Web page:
Running Insight

MAY 01, 2018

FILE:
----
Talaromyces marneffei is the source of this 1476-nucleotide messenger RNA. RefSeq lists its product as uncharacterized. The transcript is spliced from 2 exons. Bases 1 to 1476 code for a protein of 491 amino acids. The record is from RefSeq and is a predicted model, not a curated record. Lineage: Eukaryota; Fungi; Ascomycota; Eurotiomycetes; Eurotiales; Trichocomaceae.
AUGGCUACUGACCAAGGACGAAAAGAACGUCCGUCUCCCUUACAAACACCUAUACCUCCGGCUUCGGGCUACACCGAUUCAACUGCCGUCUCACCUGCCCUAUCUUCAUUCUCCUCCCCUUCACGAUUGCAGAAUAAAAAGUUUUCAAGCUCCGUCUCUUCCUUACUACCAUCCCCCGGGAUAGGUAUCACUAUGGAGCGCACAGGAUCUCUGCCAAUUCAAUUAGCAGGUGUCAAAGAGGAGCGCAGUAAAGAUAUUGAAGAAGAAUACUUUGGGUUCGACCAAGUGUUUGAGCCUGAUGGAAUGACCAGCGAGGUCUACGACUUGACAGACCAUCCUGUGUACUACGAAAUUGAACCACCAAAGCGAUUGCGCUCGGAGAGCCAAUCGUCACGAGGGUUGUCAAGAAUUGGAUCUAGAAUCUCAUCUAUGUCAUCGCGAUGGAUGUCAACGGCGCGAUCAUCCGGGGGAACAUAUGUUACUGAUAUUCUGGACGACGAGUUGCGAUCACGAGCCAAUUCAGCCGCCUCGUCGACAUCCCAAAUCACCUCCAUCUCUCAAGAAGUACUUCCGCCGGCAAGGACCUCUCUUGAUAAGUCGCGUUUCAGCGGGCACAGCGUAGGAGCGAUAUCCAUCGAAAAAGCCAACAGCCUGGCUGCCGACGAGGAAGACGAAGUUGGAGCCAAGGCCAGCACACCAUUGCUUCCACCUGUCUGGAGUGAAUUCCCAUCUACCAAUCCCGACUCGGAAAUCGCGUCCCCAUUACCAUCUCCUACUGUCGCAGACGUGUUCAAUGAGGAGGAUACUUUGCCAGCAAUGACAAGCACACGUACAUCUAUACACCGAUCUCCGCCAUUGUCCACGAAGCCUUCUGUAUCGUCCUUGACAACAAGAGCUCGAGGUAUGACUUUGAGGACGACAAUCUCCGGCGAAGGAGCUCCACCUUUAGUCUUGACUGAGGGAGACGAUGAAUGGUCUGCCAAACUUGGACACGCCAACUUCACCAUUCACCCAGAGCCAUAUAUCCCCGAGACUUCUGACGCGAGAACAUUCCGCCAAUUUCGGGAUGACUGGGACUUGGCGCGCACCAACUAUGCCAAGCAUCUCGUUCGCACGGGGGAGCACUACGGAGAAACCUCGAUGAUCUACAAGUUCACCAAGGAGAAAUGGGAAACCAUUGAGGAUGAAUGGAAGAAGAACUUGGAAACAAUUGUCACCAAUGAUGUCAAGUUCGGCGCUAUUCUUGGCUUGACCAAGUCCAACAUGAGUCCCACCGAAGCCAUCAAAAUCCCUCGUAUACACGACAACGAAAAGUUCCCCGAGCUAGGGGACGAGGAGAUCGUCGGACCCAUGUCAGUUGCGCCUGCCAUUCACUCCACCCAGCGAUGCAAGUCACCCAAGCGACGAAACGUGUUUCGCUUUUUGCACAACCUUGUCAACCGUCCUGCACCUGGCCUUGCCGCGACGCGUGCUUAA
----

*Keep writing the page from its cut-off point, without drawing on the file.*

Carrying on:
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DESI DOES IT RUNNING INSIGHT Desi Linden conquered the weather and the odds to be the first American woman to win Boston since 1985. / By Jennifer Ernst Beaudry 2 © 2018 Formula4media LLC. RUNNING INSIGHT ® is a registered trademark of Formula4Media, LLC. © 2018 all rights reserved. Running Insight is published twice each month, is edited for owners and top executives at running specialty stores and available only via email.The opinions by authors and contributors to Running Insight are not necessarily those of the editors or publishers. Articles appearing in Running Insight may not be reproduced in whole or in part without the express permission of the publisher. Formula4Media, LLC, P.O. Box 23-1318, Great Neck, NY 11023. Tel: 516-305-4709. Jeff Nott Jeff Gruenhut .................. Christina Henderson .... Katie O'Donohue Sam Selvaggio.............. Daemon Filson Editor-in-Chief ........ Mark Sullivan: Managing Editor ............ Cara Griffin: Publisher .....................Troy Leonard: SUBSCRIBE BACK ISSUES Advertise W hen Desiree Linden ran across the finish line in Boston on April 16, she made history. The 34-year- old was the first American woman to win the legendary race since 1985, and she did it in wet, windy, freezing weather that led to 81 runner hos- pitalizations, hundreds of cases of hypothermia and many of the top-ranked athletes (including Galen Rupp, Deena Kastor and Lelisa Desisa) to abandon the race. So what kept the elite Brooks athlete going to notch her first marathon win? Linden said it was partially stubbornness — and partially good old- fashion pragmatism. Here, Linden sounds off on her next move, the relatable trick that kept her running and how her Michigan home base prepped her to win it all. A week out from what was by all accounts a brutal race, how are you feeling? Linden: "I'm feeling pretty good! I felt like we ran really slow and held up well. I wasn't depleted, I didn't hit the wall, and I've recovered pretty well. Of course, I haven't tried to run yet, which might be part of it." You're the first American woman to win the race in 33 years. Has it really sunk in that you actually did it? "It's slowly sinking in. There was a moment recently where my husband and I were sitting by ourselves, and he was typing emails [about the win] for our coffee company, and he started to laugh-cry and he said, 'I can't believe I'm typing this, I can't believe it's real.' And it was like, that just happened!" A lot of factors came together on race day: What sur- prised you? "All of it has been super surprising! I always go into a race thinking I could win, but [the conditions] threw everything up in the air. There were so many moments when I was miserable, and I thought, I'm just gonna step off, I'm gonna stop, this is dumb — I had that thought multiple times. I'm shocked I fin- ished and that I won."

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